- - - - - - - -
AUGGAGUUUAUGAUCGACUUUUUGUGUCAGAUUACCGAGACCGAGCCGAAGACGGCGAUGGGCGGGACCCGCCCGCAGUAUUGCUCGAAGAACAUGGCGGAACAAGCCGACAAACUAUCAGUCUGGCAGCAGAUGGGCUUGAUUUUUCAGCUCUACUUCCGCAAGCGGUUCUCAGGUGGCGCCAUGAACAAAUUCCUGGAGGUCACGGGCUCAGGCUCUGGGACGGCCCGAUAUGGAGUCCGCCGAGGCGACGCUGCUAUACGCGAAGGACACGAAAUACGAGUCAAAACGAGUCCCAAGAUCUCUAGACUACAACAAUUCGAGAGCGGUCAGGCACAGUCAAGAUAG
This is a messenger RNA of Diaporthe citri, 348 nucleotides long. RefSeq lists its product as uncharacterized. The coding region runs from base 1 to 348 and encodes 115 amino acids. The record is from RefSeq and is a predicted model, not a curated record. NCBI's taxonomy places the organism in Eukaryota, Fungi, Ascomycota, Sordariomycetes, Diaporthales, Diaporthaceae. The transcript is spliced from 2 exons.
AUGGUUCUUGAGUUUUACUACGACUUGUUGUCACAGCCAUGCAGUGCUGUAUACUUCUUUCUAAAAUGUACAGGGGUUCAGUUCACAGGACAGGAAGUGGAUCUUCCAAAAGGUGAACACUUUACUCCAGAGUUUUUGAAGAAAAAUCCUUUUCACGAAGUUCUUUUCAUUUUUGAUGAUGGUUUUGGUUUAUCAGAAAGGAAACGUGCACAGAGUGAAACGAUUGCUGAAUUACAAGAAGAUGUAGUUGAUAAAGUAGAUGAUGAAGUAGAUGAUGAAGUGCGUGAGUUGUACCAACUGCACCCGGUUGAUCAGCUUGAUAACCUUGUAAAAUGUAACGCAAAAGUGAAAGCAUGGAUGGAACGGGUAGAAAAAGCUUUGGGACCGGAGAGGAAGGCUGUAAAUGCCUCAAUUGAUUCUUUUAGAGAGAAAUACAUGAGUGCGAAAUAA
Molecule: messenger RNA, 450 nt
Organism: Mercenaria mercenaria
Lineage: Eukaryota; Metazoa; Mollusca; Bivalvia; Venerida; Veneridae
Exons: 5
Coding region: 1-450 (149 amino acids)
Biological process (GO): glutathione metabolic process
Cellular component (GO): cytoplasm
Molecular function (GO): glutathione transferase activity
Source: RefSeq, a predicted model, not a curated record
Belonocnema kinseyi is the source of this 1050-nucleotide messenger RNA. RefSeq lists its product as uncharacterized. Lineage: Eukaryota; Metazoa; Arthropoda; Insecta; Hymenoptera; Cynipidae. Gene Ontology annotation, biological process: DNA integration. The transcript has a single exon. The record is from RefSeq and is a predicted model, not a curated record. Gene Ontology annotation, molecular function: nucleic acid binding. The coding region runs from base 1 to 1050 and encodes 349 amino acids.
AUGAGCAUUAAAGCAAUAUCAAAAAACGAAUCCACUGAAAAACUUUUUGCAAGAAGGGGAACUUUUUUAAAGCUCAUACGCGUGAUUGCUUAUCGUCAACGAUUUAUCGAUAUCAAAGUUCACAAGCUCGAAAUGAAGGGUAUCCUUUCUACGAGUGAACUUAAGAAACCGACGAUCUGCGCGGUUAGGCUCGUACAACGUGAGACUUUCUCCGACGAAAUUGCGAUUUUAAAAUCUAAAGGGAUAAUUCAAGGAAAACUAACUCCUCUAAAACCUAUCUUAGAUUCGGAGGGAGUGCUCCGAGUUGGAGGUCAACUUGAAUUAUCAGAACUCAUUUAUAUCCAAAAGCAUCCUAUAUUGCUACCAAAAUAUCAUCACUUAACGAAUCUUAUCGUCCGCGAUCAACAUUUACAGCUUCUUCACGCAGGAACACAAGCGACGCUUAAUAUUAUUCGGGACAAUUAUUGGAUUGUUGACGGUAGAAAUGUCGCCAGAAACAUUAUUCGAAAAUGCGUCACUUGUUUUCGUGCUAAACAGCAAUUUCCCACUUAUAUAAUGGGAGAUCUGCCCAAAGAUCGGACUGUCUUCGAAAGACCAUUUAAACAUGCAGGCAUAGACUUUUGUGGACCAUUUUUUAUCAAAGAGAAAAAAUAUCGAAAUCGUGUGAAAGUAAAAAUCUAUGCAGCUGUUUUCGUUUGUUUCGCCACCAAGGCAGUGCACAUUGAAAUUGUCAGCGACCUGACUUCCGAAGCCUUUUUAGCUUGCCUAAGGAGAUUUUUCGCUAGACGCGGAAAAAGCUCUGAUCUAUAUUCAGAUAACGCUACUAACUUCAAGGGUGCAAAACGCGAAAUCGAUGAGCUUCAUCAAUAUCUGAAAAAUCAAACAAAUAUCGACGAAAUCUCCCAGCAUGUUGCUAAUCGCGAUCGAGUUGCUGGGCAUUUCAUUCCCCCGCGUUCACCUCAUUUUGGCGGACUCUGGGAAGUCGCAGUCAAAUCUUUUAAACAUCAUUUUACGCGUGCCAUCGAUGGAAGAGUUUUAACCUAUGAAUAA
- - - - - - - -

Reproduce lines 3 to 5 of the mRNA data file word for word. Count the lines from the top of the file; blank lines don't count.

AUGGUUCUUGAGUUUUACUACGACUUGUUGUCACAGCCAUGCAGUGCUGUAUACUUCUUUCUAAAAUGUACAGGGGUUCAGUUCACAGGACAGGAAGUGGAUCUUCCAAAAGGUGAACACUUUACUCCAGAGUUUUUGAAGAAAAAUCCUUUUCACGAAGUUCUUUUCAUUUUUGAUGAUGGUUUUGGUUUAUCAGAAAGGAAACGUGCACAGAGUGAAACGAUUGCUGAAUUACAAGAAGAUGUAGUUGAUAAAGUAGAUGAUGAAGUAGAUGAUGAAGUGCGUGAGUUGUACCAACUGCACCCGGUUGAUCAGCUUGAUAACCUUGUAAAAUGUAACGCAAAAGUGAAAGCAUGGAUGGAACGGGUAGAAAAAGCUUUGGGACCGGAGAGGAAGGCUGUAAAUGCCUCAAUUGAUUCUUUUAGAGAGAAAUACAUGAGUGCGAAAUAA
Molecule: messenger RNA, 450 nt
Organism: Mercenaria mercenaria